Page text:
You're using the form wrong if….

Here’s an excerpt from a website terms of service I just read:

[Please confirm whether users can submit content such as comments, blog posts, etc.] In order to make our Services more dynamic and useful, we may allow you to post comments or reviews or other Submissions to the Services and our forums.

The bracketed language tells me that this is part of a form that someone created or found. It includes instructions for the user of the form on how to modify the language there so that it applies to what the website actually does.

And this misstep occurs several times throughout the page; I’m guessing it’s also on the privacy policy.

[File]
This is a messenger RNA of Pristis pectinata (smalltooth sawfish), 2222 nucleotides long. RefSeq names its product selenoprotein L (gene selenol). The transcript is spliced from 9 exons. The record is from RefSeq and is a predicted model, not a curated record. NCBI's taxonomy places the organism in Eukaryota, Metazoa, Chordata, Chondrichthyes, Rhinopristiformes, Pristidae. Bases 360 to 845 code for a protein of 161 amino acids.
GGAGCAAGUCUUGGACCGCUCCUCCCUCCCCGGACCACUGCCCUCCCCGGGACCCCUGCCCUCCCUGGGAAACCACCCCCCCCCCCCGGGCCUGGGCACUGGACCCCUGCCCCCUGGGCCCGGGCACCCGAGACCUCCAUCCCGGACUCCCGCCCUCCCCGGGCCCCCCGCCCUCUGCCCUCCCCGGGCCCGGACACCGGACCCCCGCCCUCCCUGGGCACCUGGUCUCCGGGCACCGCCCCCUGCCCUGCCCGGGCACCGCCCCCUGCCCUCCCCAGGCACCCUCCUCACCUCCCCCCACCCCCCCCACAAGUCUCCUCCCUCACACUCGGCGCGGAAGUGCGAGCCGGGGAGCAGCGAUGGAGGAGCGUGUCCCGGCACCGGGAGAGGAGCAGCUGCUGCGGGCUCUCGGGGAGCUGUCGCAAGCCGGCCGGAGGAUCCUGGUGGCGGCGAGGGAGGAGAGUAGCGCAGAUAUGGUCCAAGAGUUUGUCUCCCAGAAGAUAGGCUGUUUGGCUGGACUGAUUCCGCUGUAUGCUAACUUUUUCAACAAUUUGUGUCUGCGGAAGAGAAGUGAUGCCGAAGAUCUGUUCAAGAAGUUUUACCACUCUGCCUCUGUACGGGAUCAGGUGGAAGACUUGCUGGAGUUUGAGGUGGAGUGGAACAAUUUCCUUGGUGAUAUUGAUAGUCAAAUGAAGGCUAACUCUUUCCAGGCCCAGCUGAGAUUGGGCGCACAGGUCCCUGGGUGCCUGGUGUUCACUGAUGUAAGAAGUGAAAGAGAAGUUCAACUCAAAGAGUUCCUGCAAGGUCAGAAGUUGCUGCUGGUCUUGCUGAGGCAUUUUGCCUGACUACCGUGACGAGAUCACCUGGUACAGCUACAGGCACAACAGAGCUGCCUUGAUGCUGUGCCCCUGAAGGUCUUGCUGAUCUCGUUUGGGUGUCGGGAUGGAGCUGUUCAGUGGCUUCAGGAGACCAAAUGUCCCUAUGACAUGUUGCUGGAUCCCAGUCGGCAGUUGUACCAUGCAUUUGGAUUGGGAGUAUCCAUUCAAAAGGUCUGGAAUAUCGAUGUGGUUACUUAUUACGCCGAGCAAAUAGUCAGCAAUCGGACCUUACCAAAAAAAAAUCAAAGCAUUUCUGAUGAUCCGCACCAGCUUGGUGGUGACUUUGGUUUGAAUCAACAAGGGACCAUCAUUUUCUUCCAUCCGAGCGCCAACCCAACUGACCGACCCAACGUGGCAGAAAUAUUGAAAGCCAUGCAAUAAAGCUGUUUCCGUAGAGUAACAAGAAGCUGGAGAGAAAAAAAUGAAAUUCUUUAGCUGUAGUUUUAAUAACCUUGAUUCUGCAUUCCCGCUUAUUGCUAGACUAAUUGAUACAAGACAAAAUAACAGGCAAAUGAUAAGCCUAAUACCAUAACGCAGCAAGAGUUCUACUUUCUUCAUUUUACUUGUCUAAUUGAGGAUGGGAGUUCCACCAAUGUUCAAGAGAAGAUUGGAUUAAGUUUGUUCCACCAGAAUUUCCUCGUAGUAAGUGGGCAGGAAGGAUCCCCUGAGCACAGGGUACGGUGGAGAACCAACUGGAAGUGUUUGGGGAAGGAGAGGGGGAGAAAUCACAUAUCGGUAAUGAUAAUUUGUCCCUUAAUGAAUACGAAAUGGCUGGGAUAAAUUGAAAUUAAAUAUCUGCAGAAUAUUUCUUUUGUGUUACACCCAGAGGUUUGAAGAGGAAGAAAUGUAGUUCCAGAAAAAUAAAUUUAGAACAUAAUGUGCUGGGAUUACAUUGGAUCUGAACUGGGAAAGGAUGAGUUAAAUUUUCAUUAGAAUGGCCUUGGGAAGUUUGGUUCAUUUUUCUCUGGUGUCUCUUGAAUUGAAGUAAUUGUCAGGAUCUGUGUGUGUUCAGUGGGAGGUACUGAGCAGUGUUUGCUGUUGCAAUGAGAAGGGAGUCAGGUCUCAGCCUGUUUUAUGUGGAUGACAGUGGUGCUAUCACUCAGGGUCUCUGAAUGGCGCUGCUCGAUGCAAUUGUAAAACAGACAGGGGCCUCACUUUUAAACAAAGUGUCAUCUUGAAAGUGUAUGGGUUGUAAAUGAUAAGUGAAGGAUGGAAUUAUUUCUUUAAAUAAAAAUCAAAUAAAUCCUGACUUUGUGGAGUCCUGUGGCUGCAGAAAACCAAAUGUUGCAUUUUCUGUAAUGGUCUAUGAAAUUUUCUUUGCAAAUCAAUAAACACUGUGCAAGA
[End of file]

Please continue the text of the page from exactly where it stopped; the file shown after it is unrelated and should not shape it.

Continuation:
So what? Well, this particular website is supposed to be for a financial services company. If they’re sloppy with something this simple, will they take your transaction seriously? Will they care whether they shave .01% extra off the top without telling you? Maybe, maybe not. But doubt is not a business strategy.

So, once again: forms are a useful starting point if they’re well-designed in the first place (never a given) and you take the time to customize them for your particular situation.